Downey, Foxx soar in 'The Soloist'

You'd think Hollywood would be satisfied with a true story where two guys beat odds of 90,000 to 1. That's how many homeless people Los Angeles contains, and until Los Angeles Times columnist Steve Lopez came across one of them playing a violin on the street, nobody knew that Nathaniel Ayers had a fascinating story to tell.

But Hollywood wasn't satisfied, so events in Lopez's book were embellished to make them more "dramatic." Luckily, the spine of the story -- the friendship between a wordsmith who'd started to burn out and a prodigy who'd flamed out long ago in college -- has been entrusted to Robert Downey Jr. and Jamie Foxx, who make all their moments in "The Soloist" count.

Director Joe Wright, whose previous movies were the period pieces "Atonement" and "Pride and Prejudice," throws himself into LA's Skid Row with abandon. Nightscapes teem with lost, grimy people staggering through the haze from crack pipes. Actors he recruited for supporting parts (and they are actors, mostly from tiny roles on TV) seem frighteningly and sadly real.

Through this world passes Ayers (Foxx), pushing a shopping cart full of possessions and pausing at a statue of Beethoven to play a two-stringed violin. Lopez (Downey) passes by, hears fragments of Ayers' story blurted in "Rain Man"-style, checks it out and writes a column about the homeless guy who once played cello at Juilliard Music School. Then he gets a cello from a reader who can no longer play because of arthritis.

Lopez uses the cello as a chance to lure Ayers off the streets and into a community house, where he can receive counseling and the medication he obviously needs. But Ayers fights him all the way, insisting he needs the freedom to live unsupervised and play outside, where music can soar into the air. At the same time, Ayers begins to cling more and more to Lopez and finally declares the columnist to be his own personal god.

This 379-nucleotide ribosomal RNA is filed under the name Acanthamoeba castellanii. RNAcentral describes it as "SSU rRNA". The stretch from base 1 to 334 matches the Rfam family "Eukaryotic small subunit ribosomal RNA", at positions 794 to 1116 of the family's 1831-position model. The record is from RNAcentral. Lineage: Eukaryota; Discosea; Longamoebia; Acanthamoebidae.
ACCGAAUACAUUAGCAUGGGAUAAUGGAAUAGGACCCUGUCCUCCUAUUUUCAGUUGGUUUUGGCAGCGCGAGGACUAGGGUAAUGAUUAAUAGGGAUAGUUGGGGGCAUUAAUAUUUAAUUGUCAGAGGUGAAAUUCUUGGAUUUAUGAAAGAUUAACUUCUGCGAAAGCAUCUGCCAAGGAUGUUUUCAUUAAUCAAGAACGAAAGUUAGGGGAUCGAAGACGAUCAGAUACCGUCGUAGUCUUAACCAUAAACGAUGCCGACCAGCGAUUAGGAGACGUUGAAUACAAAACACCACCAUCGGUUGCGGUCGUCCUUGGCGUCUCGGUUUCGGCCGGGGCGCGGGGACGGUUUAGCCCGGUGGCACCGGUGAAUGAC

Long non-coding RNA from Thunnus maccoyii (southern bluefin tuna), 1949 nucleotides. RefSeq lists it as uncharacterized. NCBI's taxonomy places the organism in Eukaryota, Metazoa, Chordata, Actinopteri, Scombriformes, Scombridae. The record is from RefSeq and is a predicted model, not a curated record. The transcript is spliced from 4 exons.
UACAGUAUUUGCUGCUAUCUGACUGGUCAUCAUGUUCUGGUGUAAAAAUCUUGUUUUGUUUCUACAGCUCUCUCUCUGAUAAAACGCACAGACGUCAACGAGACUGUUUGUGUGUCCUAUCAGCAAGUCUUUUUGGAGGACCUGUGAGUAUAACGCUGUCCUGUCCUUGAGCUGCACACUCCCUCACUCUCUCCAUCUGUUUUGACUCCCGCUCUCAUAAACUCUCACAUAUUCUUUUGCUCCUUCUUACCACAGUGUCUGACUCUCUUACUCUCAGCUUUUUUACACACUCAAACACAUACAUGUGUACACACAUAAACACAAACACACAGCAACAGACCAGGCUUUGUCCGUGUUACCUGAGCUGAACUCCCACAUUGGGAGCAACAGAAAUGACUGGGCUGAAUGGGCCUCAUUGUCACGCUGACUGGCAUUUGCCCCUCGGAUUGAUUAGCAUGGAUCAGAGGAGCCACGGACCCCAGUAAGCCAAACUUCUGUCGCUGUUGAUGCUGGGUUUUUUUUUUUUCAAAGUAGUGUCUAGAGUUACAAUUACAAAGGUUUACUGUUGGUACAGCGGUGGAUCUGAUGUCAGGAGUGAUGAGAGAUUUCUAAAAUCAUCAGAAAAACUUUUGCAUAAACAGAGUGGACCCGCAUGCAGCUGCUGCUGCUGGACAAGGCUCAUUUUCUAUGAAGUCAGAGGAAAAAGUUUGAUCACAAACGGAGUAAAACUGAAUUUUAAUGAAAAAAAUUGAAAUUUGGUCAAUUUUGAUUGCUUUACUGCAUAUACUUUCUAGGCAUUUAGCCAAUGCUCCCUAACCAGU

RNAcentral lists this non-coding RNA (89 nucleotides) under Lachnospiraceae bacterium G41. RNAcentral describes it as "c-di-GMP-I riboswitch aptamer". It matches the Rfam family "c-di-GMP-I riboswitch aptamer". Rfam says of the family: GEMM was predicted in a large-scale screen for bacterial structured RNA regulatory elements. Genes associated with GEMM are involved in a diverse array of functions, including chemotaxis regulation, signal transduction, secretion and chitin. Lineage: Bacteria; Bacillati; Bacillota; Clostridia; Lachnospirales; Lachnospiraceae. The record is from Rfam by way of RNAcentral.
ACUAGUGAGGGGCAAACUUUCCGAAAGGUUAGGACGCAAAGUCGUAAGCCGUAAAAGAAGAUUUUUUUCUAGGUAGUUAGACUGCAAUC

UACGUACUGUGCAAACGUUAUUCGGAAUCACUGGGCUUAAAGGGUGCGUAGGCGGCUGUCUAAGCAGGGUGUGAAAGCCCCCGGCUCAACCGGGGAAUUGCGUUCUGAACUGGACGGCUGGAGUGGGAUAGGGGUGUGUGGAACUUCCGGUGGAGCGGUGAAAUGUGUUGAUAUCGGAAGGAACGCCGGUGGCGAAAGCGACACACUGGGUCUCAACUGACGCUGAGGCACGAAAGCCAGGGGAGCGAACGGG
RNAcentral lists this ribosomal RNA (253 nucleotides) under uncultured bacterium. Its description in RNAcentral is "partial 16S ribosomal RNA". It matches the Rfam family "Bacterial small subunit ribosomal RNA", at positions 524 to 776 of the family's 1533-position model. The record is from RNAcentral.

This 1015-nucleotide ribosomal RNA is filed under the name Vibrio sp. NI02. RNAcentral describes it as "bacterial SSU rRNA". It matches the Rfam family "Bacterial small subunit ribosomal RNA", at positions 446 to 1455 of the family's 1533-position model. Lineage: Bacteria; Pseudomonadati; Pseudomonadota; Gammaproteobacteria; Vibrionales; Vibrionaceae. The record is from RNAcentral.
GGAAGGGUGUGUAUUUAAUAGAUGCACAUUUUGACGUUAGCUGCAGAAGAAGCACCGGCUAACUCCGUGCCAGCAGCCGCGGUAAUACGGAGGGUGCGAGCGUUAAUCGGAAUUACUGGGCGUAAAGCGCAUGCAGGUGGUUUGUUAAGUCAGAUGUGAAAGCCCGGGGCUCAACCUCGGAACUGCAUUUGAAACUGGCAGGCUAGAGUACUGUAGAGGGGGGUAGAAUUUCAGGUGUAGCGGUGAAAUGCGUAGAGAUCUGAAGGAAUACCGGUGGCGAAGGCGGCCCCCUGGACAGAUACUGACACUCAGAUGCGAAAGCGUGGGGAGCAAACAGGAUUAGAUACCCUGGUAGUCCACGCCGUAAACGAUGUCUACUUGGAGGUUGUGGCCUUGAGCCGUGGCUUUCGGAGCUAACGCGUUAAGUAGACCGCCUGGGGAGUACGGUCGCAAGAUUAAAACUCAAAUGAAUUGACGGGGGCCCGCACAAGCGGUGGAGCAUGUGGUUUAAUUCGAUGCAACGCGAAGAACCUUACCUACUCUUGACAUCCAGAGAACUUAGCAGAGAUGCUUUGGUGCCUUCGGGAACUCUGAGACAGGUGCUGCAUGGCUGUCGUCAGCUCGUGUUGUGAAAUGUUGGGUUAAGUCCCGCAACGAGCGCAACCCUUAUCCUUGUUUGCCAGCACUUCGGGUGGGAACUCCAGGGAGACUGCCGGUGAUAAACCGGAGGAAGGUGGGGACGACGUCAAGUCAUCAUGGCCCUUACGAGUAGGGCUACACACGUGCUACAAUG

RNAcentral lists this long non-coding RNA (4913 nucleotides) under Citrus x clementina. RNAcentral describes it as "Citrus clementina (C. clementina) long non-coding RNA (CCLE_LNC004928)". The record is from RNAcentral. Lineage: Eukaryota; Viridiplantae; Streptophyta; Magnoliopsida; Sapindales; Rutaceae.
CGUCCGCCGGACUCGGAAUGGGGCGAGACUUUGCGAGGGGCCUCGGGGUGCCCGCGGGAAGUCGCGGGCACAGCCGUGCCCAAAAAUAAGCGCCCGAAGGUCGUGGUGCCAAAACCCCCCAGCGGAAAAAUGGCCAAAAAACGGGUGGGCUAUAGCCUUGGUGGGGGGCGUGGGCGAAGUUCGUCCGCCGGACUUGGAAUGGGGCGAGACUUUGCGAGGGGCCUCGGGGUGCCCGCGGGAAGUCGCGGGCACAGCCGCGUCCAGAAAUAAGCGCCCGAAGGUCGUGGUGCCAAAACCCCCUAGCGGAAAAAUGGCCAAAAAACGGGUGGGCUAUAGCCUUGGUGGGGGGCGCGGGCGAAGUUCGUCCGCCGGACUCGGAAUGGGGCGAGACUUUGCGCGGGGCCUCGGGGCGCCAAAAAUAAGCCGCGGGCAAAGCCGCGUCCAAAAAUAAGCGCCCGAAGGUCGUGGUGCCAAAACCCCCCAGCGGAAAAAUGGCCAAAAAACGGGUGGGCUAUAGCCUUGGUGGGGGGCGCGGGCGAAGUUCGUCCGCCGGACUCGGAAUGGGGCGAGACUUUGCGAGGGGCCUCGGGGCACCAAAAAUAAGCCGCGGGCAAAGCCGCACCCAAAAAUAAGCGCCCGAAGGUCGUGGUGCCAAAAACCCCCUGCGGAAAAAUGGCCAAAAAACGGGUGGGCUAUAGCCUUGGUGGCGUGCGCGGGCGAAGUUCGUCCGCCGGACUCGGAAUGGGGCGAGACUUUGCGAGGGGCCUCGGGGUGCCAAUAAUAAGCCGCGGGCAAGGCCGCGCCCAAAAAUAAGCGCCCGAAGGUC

This is hooey, unless Lopez was too embarrassed to put it in his book. Susannah Grant (who took similar liberties in "Erin Brockovich" and "Charlotte's Web"), insists on making the characters conform more to movie stereotypes.

Ayers' violent side emerges only once, and he repents almost immediately. He hears voices telling him he'll never amount to anything and no one loves him (possibly true, though not in the original story), and his sister (Lisa Gay Hamilton) comes west with the idea of taking legal control of his life, not just helping him handle the share of the money he'll get from Lopez's book.

Lopez is more changed. The real guy (assuming he was honest about himself) began to neglect his wife and kids as he was drawn into a relationship with the endlessly needy, almost helpless Ayers.

In the film, he's not just a tired man in a threatened profession but a loser: His wife (Catherine Keener) has left him, though she stays friendly, and his estranged son is in college. He lacerates his face in a made-up bicycle accident, is oblivious to the sight of fired co-workers leaving the building -- trust me, that's not possible -- and spills urine on himself. (Twice!)

Yet "The Soloist" does have the courage to be true to the real Ayers' fate at last, after the exaggerations end. And the smart, hard-working Foxx and Downey ensure that their scenes all stay grittily honest.

The film makes the same point as the book: Not everyone on the street is a Nathaniel Ayers, but any individual could be. If we treat them as an undifferentiated mass,they and we become a little less human.

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